The parents of Jessica Ghawi, a young woman murdered during the 2012 Aurora movie theater shooting, have filed a lawsuit against four internet companies, alleging that they "negligently and unlawfully" supplied ammunition, tear gas, and body armor to James Holmes, a "patently dangerous homicidal man."
"We're putting them on notice," Lonnie Phillips, Ghawi's father, said during a press conference. "We're coming after you."
The lawsuit was filed by Arnold & Porter LLP's Denver office, in conjunction with the Brady Center to Prevent Gun Violence, The Denver Post reports. The companies — BulkAmmo.com, BulletProofBodyArmorHQ.com, sportsmanguide.com, and BTP Arms — "did not make reasonable inquiries into Holmes' purchases, nor did the defendants take any extra precautions when selling Holmes weapons, accessories, and ammunition, or ask Holmes why he wanted the items," the lawsuit says.
Subscribe to The Week
Escape your echo chamber. Get the facts behind the news, plus analysis from multiple perspectives.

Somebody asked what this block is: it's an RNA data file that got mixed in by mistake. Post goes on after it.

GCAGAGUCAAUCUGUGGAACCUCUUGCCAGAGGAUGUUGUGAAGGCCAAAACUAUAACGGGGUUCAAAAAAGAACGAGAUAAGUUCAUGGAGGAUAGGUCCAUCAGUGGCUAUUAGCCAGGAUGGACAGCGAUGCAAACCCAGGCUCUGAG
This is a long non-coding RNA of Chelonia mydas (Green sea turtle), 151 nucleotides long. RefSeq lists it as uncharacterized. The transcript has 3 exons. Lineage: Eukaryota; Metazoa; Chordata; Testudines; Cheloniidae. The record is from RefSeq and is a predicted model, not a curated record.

"A company should not be able to sell tear gas with the same procedures used to sell a pair of shoes," said Kelly Sampson, an attorney for the Brady Center.
The Phillips say they are not challenging the rights of law-abiding gun owners, and the goal of the suit is to get the companies to stop their sales until screening practices are reevaluated and changed.
A Texas native, Ghawi, 24, was working at a Denver television station when she was killed along with 11 others during the rampage. More than 70 people were injured.
Continue reading for free
We hope you're enjoying The Week's refreshingly open-minded journalism.
Subscribed to The Week? Register your account with the same email as your subscription.